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Darwin Correspondence Project

To J. D. Hooker   13 [August 1861]

2. Hesketh Crescent | Torquay


My dear Hooker

I write merely to thank you for your note.1 I really will give no more trouble for you must be sadly overworked. I am glad you will have a trip in Scotland.—

You give a very poor account of Mrs. Hooker & I grieve to hear it. I had hoped the sea would have invigorated her.2 The sea has certainly done Etty great good; but I still pin my faith to your oil, which is never neglected3

Many thanks for telling me about Epithecia.4 What a curious account you give of Owen.5

Farewell my dear old friend. I hope your Health will not fail. | Yours affect | C. Darwin

I really think William will make a Botanist & it pleases me much.—6 If you were to ask Crocker(?) would he not send me a Vanilla & so you have no more thought or trouble on subject7


Hooker’s letter has not been found. It was a response to the letter to J. D. Hooker, [11 August 1861].
Frances Harriet Hooker had been unwell since the death in May of her father, John Stevens Henslow (see Allan 1967, p. 208). The Hookers had visited the seaside at Worthing, Sussex, in the hope of facilitating Frances Hooker’s recovery (see letter to J. D. Hooker, 13 July [1861]).
CD refers to cod-liver oil, which Hooker had suggested might help Henrietta Emma Darwin recuperate from the after-effects of what was thought to be typhus fever. See letter to J. D. Hooker, 8 [February 1861].
The reference to Richard Owen has not been traced. Owen had recently published a three-part series in the Athenæum ‘On the scope and appliances of a national museum of natural history’ (Owen 1861b), which outlined his views on the separation of the natural history collections from the British Museum. CD, Hooker, and others opposed Owen’s plans. See Correspondence vol. 7, Appendix VI, and Rupke 1988.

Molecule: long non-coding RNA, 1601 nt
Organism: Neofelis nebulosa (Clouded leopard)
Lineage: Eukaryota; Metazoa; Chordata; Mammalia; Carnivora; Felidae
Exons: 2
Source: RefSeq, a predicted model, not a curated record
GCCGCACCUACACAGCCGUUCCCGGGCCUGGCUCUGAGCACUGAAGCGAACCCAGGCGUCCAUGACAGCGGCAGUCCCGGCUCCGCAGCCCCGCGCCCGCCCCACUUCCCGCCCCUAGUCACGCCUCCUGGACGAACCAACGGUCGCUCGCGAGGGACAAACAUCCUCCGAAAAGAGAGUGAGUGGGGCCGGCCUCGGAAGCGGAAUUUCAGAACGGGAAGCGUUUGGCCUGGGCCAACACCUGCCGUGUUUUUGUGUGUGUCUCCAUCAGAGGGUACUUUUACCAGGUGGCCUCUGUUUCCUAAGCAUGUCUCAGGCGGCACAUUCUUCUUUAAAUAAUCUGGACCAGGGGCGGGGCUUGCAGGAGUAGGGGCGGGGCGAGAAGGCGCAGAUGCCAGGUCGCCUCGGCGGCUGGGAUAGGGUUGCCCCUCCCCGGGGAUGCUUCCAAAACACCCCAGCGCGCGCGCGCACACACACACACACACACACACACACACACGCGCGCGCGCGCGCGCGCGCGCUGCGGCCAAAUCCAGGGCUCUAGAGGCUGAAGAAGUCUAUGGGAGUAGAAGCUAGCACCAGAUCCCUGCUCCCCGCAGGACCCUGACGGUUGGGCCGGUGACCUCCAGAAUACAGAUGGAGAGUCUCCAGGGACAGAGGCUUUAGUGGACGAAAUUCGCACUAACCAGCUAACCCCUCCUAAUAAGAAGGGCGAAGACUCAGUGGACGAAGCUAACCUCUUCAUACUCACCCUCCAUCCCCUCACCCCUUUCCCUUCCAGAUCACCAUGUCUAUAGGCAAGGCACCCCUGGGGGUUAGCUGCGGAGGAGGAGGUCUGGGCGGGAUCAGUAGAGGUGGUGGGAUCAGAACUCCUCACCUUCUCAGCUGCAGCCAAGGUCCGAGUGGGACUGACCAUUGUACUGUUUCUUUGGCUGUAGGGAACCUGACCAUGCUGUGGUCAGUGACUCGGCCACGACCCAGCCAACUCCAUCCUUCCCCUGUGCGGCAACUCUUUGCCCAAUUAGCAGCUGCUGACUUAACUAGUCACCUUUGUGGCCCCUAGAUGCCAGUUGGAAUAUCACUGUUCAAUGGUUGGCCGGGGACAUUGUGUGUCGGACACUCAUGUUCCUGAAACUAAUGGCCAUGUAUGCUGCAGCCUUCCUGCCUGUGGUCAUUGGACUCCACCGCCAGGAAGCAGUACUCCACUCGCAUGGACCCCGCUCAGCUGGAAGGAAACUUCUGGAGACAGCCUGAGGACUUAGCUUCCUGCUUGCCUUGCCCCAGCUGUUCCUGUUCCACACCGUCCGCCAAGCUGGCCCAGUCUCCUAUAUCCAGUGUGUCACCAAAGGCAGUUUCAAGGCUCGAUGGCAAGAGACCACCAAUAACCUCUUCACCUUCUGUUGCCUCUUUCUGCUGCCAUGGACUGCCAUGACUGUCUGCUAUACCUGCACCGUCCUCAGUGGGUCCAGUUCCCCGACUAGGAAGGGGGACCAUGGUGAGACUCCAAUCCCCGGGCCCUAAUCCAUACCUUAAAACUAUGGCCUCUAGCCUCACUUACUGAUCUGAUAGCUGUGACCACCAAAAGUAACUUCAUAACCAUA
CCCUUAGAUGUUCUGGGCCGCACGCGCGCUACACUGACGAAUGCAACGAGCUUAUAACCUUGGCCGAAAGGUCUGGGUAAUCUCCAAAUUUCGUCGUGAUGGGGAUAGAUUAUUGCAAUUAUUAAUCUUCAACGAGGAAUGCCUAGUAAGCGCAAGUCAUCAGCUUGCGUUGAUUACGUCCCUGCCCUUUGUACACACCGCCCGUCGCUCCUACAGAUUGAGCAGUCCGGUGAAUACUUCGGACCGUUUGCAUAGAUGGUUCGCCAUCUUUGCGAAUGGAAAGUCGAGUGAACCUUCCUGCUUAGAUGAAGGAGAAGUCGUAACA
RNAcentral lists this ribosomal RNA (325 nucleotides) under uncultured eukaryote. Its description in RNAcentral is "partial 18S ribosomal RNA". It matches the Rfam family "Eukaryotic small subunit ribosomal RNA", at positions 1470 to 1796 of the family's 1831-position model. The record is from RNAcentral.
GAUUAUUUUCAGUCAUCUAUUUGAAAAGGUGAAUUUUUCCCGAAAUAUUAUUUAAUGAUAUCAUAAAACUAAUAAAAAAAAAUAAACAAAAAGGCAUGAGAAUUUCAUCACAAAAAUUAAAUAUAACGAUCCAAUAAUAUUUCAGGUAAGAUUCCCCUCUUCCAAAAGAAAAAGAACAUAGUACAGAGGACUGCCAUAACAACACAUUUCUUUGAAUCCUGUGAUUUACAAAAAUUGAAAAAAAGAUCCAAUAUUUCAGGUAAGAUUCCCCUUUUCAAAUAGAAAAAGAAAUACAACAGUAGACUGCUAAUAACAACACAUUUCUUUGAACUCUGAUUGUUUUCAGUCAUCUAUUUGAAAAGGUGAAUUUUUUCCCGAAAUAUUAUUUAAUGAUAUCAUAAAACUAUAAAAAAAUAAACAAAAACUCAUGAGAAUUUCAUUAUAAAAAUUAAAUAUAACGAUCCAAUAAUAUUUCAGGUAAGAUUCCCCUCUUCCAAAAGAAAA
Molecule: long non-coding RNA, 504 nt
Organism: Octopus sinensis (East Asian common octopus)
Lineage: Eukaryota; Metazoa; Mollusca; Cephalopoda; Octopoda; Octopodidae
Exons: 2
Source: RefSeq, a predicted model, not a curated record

William Erasmus Darwin was keenly interested in botanical dissection. See letters to J. D. Hooker, 19 June [1861], 22 June [1861], and 13 July [1861].
Charles William Crocker was foreman of the propagating department at the Royal Botanic Gardens, Kew. Since first telling Hooker that he much wished ‘to see one of the Arethuseæ’, which included the genus Vanilla, CD had repeatedly been told that this was not possible (see letters to J. D. Hooker, [6 July 1861], 17 [July 1861], and 27 July [1861]). This tribe of orchids was the only one out of seven that CD had not yet studied.


Allan, Mea. 1967. The Hookers of Kew, 1785–1911. London: Michael Joseph.

Correspondence: The correspondence of Charles Darwin. Edited by Frederick Burkhardt et al. 29 vols to date. Cambridge: Cambridge University Press. 1985–.

Rupke, Nicolaas A. 1988. The road to Albertopolis: Richard Owen (1804-92) and the founding of the British Museum of Natural History. In Science, politics and the public good: essays in honour of Margaret Gowing, edited by Nicolaas A. Rupke. Basingstoke and London: Macmillan Press.


Personal regards.

William Darwin will make a botanist.

Letter details

Letter no.
Charles Robert Darwin
Joseph Dalton Hooker
Sent from
Source of text
DAR 115: 110
Physical description
ALS 3pp

Please cite as

Darwin Correspondence Project, “Letter no. 3231,” accessed on 20 March 2023,

Also published in The Correspondence of Charles Darwin, vol. 9